With all of Florence’s museums currently off-limits, the management of the Uffizi Gallery, the Pitti Palace and the Boboli Gardens has come up with a creative way of bringing one of the world’s most prestigious art collections to a visitor’s home. These daily installments are designed to help pass the time during the Coronavirus emergency. The slogan of the initiative is “even staying home is an art.”
On the museum’s Facebook page, GallerieUffizi (@UffiziGalleries), a video series “La mia sala,” is available in Italian. Viewers will experience a guided tour of a section of the museum by a curator, presented as a short story. On the Uffizi Gallery Instagram account (@uffizigalleries) a different work of art is posted daily, accompanied by an extensive explanation of the piece that focuses on little known facts and interesting details both in English and Italian.
The @UffiziGalleries Twitter account is mainly in Italian with an occasional phrase in English. One post cites the lyrics of a song by the Italian rapper Rancore, “Se sai quant’è bello ciò che aspetti, è bella anche la sua attesa” (If you know what you are waiting for is beautiful, even the wait is good”). The singer’s words are illustrated by an evocative painting of a man in the shadows holding a torch, aptly named “L’attesa” (Waiting) by artist Torello Ancillotti (1843-1899). (rosanna cirigliano)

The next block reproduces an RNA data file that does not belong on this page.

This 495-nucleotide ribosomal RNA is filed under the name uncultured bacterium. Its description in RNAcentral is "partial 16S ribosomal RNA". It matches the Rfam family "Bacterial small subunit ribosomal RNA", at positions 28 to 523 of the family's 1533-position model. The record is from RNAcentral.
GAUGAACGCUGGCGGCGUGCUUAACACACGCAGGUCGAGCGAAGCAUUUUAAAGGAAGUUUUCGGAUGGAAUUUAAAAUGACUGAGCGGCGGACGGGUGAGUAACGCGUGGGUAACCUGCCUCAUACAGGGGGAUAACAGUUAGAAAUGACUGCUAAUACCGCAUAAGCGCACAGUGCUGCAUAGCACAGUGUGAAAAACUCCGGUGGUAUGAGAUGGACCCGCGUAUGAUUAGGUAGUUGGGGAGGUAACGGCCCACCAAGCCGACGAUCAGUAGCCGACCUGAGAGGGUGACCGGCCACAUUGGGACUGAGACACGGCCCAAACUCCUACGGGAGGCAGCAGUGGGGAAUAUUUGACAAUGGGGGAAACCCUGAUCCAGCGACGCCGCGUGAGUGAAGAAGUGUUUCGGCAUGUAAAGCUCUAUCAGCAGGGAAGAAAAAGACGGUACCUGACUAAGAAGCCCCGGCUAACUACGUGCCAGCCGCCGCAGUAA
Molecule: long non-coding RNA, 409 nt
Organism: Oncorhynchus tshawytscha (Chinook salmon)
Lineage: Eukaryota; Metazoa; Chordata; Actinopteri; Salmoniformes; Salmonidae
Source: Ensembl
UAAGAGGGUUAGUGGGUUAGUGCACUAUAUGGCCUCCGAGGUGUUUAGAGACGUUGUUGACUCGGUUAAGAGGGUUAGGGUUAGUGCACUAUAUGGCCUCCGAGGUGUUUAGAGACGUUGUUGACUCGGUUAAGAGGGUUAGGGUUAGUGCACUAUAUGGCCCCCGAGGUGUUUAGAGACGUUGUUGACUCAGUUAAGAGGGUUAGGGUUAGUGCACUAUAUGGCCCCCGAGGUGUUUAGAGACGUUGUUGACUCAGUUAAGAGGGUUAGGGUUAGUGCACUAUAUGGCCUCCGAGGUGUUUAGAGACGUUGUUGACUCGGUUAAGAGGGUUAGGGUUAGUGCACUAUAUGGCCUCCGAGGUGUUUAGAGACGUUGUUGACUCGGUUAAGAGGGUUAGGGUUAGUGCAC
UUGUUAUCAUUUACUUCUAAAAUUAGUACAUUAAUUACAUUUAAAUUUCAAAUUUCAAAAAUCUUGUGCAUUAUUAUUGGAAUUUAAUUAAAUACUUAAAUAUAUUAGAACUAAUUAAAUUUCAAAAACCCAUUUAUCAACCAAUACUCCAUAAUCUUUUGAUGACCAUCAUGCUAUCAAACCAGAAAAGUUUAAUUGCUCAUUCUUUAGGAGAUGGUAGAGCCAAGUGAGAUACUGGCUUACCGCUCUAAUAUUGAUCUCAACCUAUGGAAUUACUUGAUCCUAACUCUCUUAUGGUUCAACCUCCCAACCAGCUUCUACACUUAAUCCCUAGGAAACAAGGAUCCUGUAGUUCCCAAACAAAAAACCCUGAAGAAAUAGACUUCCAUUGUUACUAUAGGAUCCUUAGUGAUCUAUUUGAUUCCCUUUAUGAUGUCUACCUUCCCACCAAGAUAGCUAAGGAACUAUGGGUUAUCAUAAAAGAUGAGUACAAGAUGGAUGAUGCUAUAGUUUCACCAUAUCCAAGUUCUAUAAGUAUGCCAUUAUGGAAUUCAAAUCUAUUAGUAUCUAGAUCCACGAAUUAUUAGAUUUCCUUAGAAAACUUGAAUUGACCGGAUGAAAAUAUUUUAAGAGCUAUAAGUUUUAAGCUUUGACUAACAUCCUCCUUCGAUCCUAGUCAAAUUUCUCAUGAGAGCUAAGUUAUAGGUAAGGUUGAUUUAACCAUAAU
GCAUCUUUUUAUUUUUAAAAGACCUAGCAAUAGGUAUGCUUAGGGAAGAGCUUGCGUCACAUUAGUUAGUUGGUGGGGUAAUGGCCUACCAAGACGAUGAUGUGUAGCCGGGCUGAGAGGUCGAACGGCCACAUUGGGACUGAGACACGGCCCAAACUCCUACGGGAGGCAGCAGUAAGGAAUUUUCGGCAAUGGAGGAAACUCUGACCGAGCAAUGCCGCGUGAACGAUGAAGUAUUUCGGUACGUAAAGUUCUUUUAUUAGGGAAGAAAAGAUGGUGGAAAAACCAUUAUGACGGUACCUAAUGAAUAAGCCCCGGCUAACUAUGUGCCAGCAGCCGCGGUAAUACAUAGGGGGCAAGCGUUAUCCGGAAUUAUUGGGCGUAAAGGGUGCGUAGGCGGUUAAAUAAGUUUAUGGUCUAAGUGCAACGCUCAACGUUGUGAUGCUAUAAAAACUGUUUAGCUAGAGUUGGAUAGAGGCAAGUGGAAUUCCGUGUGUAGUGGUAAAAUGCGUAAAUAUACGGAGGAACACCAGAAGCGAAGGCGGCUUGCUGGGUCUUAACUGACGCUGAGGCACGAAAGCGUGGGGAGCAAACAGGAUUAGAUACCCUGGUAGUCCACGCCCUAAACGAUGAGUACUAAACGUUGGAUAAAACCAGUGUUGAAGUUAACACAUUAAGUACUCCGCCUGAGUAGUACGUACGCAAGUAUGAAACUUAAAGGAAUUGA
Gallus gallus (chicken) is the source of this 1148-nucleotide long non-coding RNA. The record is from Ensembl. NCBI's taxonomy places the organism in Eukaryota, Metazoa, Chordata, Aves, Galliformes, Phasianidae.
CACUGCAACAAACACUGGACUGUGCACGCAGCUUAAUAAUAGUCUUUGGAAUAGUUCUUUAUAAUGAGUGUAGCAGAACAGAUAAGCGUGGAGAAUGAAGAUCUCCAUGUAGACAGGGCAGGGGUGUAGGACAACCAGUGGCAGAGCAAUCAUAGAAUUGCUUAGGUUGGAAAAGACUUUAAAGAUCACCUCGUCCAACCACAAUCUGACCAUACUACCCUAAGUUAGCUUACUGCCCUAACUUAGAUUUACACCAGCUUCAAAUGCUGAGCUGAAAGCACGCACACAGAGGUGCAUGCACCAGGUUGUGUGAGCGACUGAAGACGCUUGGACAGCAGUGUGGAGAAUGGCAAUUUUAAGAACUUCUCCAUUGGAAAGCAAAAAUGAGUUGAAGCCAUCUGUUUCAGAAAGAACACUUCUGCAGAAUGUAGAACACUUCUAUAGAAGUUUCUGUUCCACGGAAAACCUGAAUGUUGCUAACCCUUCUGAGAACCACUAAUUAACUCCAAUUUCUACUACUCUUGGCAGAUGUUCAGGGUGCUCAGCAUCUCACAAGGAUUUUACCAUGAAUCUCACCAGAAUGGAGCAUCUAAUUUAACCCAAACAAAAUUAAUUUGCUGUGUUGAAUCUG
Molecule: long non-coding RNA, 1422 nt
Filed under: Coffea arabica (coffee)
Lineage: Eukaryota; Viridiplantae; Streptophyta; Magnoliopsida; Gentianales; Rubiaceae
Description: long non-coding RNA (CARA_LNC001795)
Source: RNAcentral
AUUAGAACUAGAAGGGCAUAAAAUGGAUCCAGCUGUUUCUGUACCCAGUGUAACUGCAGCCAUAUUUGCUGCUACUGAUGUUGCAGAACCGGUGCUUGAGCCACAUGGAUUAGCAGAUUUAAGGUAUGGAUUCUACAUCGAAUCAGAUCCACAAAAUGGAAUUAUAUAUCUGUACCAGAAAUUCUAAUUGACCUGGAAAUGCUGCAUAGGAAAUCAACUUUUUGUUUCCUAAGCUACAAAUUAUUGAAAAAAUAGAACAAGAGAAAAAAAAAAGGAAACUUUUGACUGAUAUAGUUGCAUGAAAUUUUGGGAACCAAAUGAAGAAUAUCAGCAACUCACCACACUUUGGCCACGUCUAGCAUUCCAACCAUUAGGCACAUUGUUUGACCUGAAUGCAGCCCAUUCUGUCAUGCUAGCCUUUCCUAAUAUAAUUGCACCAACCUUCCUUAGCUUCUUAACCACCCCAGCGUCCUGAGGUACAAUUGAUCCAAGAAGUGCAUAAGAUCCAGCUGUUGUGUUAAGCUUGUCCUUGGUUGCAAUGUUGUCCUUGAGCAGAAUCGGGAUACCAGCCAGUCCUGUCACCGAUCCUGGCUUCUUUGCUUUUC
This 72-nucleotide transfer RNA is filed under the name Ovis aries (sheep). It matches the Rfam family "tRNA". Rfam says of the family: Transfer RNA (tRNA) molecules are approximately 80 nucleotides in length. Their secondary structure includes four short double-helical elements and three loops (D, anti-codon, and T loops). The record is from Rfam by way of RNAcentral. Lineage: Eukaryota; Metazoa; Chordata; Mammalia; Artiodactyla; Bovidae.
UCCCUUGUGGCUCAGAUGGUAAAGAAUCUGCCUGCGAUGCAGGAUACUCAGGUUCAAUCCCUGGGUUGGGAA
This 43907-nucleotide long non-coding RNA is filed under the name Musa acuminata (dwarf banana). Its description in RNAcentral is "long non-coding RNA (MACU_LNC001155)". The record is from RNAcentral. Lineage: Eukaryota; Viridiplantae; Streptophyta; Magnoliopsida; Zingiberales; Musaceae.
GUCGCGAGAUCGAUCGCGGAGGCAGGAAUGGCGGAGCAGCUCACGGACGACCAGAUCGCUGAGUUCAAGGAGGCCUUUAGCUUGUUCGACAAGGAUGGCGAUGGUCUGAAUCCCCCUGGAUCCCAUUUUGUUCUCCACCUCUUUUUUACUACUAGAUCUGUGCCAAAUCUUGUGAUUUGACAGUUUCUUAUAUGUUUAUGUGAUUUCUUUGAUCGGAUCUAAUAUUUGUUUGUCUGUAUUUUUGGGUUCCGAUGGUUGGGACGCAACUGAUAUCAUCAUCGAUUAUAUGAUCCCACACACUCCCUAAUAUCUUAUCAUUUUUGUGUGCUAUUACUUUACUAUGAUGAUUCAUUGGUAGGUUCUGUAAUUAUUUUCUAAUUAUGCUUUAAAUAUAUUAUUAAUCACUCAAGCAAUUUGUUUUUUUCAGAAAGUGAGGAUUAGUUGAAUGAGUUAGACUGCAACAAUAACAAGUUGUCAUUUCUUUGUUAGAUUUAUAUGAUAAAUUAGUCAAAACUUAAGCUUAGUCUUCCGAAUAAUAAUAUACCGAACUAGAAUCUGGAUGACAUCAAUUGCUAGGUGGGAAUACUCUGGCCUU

Many businesses are turning to home delivery as a means of keeping things running; one example of this is Florence’s Anglo-American bookshop, the Paperback Exchange on via delle Oche. The store is delivering books to addresses within the city limits. Facebook, Instagram and email will be the platforms used in order to give people the option to see and “browse” the shop’s shelves and where orders can be placed.
Although live professional concerts have stopped, the music will go on. Florence’s Teatro del Maggio, not wanting to deprive listeners of entertainment, offers classical music to all from their archives on Facebook (@maggiomusicale).
March 26 (8 pm): the evening brings an opera production, Il Farnace, by Antonio Vivaldi under the direction of Federico Maria Sardelli.
March 27 (8 pm): the audience will be treated to a staging of Giuseppe Verdi’s Don Carlo with the Maggio Musicale Orchestra conducted by Zubin Metha.